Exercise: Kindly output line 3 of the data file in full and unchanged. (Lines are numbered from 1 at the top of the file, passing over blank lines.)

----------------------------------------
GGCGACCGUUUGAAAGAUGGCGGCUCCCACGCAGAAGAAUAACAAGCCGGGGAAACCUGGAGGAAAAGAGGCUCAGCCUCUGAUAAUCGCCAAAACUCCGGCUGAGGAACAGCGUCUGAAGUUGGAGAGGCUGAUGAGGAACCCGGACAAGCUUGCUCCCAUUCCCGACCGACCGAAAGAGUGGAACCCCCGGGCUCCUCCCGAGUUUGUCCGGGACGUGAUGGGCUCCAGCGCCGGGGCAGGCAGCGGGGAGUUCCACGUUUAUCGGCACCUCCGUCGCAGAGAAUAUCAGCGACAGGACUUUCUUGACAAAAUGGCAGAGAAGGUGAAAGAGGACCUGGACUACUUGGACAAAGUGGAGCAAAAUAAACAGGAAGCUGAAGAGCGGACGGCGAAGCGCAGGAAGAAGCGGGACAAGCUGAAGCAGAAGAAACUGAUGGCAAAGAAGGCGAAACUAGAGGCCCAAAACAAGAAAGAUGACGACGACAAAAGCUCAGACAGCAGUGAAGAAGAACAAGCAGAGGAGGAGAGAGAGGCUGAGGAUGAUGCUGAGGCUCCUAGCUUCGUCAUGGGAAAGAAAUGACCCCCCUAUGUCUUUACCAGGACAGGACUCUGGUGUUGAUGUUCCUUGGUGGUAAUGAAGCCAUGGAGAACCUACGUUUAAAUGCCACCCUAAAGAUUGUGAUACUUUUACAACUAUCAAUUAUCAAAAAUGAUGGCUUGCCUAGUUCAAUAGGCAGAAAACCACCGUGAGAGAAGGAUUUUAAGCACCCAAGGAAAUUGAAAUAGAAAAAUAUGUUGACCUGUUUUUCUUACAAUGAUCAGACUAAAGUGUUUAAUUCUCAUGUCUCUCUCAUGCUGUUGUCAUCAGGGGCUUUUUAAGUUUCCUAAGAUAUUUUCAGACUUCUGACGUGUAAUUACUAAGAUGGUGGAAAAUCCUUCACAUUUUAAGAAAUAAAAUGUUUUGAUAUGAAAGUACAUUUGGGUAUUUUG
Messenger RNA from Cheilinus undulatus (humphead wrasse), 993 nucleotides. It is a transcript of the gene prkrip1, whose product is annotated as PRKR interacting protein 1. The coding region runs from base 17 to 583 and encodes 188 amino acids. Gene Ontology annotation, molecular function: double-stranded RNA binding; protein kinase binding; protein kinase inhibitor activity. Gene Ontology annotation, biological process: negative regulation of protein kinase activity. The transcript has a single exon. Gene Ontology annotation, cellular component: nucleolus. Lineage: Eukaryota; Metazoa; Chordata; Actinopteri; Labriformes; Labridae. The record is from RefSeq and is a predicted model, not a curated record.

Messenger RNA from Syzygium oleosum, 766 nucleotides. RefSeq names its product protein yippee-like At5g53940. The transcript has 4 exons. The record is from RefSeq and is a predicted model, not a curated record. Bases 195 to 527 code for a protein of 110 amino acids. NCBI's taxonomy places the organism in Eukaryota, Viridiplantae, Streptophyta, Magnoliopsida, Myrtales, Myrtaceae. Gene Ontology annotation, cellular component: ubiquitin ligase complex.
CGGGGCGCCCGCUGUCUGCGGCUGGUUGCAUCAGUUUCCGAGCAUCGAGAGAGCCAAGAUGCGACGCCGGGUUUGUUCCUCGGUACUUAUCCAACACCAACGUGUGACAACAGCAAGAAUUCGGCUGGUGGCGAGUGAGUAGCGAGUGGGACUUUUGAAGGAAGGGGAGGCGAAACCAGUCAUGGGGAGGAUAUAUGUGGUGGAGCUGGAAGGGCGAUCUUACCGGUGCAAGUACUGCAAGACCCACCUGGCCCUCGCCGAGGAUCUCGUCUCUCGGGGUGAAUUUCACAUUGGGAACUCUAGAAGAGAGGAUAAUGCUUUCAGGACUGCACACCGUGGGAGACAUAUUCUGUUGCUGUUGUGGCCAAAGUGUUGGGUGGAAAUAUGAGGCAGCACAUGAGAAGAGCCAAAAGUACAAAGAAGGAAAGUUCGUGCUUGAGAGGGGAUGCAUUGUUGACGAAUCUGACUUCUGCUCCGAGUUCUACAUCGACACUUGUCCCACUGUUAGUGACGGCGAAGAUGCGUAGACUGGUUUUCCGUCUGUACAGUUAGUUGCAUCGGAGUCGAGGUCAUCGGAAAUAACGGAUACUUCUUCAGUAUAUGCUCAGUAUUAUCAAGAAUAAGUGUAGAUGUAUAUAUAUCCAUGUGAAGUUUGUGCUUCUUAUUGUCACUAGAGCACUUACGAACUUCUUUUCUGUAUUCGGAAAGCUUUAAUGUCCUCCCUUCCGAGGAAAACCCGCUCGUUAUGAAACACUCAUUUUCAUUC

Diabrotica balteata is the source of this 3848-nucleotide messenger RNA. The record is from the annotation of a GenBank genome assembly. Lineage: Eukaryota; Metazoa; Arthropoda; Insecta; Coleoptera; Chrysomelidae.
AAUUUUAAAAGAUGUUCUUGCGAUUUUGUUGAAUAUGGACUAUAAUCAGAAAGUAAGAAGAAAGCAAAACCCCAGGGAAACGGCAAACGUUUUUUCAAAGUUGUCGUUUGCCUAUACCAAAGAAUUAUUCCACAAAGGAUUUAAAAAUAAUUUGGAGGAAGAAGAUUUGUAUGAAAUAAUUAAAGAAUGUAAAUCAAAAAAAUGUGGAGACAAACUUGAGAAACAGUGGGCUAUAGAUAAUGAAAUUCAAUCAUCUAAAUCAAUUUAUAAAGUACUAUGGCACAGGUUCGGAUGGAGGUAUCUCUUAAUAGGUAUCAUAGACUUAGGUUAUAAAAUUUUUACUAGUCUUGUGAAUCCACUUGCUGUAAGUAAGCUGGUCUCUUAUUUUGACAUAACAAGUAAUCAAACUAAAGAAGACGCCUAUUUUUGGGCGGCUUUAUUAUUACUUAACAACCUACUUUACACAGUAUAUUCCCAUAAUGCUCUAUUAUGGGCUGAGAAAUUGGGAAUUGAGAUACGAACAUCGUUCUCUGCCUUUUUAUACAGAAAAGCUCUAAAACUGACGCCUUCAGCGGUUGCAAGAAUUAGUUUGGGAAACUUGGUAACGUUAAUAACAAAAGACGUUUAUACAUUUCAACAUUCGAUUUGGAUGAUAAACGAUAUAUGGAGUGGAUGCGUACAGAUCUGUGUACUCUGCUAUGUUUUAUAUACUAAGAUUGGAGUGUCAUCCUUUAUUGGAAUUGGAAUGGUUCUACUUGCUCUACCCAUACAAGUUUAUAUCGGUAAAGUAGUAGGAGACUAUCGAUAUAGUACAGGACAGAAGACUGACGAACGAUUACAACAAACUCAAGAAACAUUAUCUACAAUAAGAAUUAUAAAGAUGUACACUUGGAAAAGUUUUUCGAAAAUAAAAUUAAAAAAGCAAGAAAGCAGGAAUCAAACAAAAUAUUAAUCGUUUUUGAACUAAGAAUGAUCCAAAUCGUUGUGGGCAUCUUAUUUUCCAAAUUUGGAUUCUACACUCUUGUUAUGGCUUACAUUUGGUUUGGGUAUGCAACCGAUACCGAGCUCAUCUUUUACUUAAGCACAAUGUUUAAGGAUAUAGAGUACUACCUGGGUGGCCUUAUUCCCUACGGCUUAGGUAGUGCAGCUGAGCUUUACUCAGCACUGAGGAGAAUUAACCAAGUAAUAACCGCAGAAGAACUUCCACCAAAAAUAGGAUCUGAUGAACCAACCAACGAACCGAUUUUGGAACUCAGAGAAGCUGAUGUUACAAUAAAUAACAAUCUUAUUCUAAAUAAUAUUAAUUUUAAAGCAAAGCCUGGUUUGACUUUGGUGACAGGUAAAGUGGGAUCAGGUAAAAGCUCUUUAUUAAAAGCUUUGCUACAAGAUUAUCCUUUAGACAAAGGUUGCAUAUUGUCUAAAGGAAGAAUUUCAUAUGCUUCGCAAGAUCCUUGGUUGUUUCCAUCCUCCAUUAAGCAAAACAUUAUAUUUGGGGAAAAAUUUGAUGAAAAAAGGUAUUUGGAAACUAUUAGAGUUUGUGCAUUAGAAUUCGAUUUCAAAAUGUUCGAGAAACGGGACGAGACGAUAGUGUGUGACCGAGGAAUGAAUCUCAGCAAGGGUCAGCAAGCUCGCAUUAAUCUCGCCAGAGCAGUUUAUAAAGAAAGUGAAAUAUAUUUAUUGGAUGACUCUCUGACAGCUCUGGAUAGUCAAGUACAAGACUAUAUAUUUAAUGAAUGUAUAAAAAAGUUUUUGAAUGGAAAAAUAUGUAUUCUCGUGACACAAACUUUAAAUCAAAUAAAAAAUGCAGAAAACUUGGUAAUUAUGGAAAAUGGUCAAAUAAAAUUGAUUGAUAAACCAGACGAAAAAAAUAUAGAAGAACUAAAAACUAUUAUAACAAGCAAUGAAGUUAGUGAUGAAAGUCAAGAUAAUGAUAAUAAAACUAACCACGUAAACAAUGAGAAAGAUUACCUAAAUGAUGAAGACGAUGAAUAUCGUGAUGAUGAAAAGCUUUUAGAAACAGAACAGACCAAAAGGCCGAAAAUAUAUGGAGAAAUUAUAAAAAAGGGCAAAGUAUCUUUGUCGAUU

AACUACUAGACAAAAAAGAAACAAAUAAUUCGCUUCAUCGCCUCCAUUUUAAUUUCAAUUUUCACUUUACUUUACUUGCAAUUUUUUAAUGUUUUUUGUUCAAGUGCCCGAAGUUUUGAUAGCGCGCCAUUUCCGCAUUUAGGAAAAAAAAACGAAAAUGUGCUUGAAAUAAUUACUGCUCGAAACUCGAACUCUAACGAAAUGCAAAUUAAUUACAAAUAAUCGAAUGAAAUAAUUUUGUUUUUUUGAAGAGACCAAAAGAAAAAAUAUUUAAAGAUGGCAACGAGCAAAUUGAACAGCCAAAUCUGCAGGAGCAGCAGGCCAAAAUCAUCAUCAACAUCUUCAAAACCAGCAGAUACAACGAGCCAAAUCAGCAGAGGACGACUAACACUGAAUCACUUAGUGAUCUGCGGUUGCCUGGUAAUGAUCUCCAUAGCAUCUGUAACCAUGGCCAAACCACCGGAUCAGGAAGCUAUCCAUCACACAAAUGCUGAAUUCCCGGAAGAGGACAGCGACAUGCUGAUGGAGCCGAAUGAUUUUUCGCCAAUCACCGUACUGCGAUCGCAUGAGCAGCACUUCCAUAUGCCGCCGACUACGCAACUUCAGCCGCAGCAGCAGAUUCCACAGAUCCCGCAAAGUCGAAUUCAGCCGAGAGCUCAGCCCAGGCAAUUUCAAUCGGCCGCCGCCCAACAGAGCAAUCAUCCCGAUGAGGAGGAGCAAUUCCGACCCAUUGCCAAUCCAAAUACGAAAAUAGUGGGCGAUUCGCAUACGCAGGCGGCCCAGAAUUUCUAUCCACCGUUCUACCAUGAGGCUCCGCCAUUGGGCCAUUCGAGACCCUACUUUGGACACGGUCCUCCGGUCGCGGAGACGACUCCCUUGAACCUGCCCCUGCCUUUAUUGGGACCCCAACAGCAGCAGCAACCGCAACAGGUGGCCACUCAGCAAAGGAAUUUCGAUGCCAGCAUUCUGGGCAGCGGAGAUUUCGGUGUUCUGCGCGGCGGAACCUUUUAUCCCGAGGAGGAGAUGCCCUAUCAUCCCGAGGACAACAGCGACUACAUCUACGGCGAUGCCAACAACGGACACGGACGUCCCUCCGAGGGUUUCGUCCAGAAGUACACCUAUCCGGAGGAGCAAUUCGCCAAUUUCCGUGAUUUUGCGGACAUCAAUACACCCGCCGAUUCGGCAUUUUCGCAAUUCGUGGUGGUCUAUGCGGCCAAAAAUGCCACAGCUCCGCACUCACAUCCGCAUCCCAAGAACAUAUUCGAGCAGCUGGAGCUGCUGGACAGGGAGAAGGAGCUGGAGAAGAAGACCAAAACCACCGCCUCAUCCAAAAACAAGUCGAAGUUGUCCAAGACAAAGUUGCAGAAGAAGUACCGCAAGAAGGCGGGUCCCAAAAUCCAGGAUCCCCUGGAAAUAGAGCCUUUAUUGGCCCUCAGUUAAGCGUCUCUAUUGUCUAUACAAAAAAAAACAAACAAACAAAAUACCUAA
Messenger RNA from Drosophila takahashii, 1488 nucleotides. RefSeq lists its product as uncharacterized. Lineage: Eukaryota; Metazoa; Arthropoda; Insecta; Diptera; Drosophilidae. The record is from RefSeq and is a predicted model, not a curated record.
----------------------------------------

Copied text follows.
Messenger RNA from Syzygium oleosum, 766 nucleotides. RefSeq names its product protein yippee-like At5g53940. The transcript has 4 exons. The record is from RefSeq and is a predicted model, not a curated record. Bases 195 to 527 code for a protein of 110 amino acids. NCBI's taxonomy places the organism in Eukaryota, Viridiplantae, Streptophyta, Magnoliopsida, Myrtales, Myrtaceae. Gene Ontology annotation, cellular component: ubiquitin ligase complex.